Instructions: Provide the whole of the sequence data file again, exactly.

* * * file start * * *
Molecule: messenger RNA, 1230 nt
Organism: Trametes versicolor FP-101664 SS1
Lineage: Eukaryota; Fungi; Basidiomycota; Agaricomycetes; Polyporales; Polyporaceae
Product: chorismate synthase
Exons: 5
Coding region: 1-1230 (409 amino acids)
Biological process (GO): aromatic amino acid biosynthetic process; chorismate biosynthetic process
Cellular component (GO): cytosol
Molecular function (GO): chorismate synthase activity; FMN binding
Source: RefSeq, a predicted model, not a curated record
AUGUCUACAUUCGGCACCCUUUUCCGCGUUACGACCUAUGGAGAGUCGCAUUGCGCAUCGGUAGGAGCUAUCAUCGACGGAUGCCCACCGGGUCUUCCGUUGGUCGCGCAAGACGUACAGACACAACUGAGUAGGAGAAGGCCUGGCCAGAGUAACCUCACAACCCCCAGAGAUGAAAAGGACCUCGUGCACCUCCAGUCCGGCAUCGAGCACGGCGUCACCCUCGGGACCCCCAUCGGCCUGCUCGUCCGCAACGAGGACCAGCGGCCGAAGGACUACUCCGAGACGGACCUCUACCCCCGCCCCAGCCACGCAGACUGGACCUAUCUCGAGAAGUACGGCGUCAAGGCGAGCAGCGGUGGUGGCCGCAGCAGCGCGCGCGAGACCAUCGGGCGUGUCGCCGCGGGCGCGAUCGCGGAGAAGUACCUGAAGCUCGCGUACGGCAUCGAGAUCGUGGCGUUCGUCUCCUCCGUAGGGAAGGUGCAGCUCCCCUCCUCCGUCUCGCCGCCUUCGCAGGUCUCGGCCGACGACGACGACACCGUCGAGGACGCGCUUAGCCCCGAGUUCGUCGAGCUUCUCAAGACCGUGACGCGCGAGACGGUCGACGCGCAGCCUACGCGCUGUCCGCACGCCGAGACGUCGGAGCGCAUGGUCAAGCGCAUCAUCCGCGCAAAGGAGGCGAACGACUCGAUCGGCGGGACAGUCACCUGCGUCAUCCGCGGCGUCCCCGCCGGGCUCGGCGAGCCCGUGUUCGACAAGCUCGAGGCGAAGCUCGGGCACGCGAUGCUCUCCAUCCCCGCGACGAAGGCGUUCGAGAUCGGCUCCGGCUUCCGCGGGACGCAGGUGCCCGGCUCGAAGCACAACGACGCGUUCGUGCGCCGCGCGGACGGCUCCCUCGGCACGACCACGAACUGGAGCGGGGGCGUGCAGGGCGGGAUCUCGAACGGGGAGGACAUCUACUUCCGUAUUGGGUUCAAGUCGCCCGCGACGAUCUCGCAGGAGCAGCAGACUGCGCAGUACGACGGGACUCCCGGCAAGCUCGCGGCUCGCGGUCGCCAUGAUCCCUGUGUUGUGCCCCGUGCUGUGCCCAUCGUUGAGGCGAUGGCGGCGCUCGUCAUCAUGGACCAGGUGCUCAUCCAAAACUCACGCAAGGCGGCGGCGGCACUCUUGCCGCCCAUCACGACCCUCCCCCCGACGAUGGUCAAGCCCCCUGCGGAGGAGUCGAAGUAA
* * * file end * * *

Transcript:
Molecule: messenger RNA, 1230 nt
Organism: Trametes versicolor FP-101664 SS1
Lineage: Eukaryota; Fungi; Basidiomycota; Agaricomycetes; Polyporales; Polyporaceae
Product: chorismate synthase
Exons: 5
Coding region: 1-1230 (409 amino acids)
Biological process (GO): aromatic amino acid biosynthetic process; chorismate biosynthetic process
Cellular component (GO): cytosol
Molecular function (GO): chorismate synthase activity; FMN binding
Source: RefSeq, a predicted model, not a curated record
AUGUCUACAUUCGGCACCCUUUUCCGCGUUACGACCUAUGGAGAGUCGCAUUGCGCAUCGGUAGGAGCUAUCAUCGACGGAUGCCCACCGGGUCUUCCGUUGGUCGCGCAAGACGUACAGACACAACUGAGUAGGAGAAGGCCUGGCCAGAGUAACCUCACAACCCCCAGAGAUGAAAAGGACCUCGUGCACCUCCAGUCCGGCAUCGAGCACGGCGUCACCCUCGGGACCCCCAUCGGCCUGCUCGUCCGCAACGAGGACCAGCGGCCGAAGGACUACUCCGAGACGGACCUCUACCCCCGCCCCAGCCACGCAGACUGGACCUAUCUCGAGAAGUACGGCGUCAAGGCGAGCAGCGGUGGUGGCCGCAGCAGCGCGCGCGAGACCAUCGGGCGUGUCGCCGCGGGCGCGAUCGCGGAGAAGUACCUGAAGCUCGCGUACGGCAUCGAGAUCGUGGCGUUCGUCUCCUCCGUAGGGAAGGUGCAGCUCCCCUCCUCCGUCUCGCCGCCUUCGCAGGUCUCGGCCGACGACGACGACACCGUCGAGGACGCGCUUAGCCCCGAGUUCGUCGAGCUUCUCAAGACCGUGACGCGCGAGACGGUCGACGCGCAGCCUACGCGCUGUCCGCACGCCGAGACGUCGGAGCGCAUGGUCAAGCGCAUCAUCCGCGCAAAGGAGGCGAACGACUCGAUCGGCGGGACAGUCACCUGCGUCAUCCGCGGCGUCCCCGCCGGGCUCGGCGAGCCCGUGUUCGACAAGCUCGAGGCGAAGCUCGGGCACGCGAUGCUCUCCAUCCCCGCGACGAAGGCGUUCGAGAUCGGCUCCGGCUUCCGCGGGACGCAGGUGCCCGGCUCGAAGCACAACGACGCGUUCGUGCGCCGCGCGGACGGCUCCCUCGGCACGACCACGAACUGGAGCGGGGGCGUGCAGGGCGGGAUCUCGAACGGGGAGGACAUCUACUUCCGUAUUGGGUUCAAGUCGCCCGCGACGAUCUCGCAGGAGCAGCAGACUGCGCAGUACGACGGGACUCCCGGCAAGCUCGCGGCUCGCGGUCGCCAUGAUCCCUGUGUUGUGCCCCGUGCUGUGCCCAUCGUUGAGGCGAUGGCGGCGCUCGUCAUCAUGGACCAGGUGCUCAUCCAAAACUCACGCAAGGCGGCGGCGGCACUCUUGCCGCCCAUCACGACCCUCCCCCCGACGAUGGUCAAGCCCCCUGCGGAGGAGUCGAAGUAA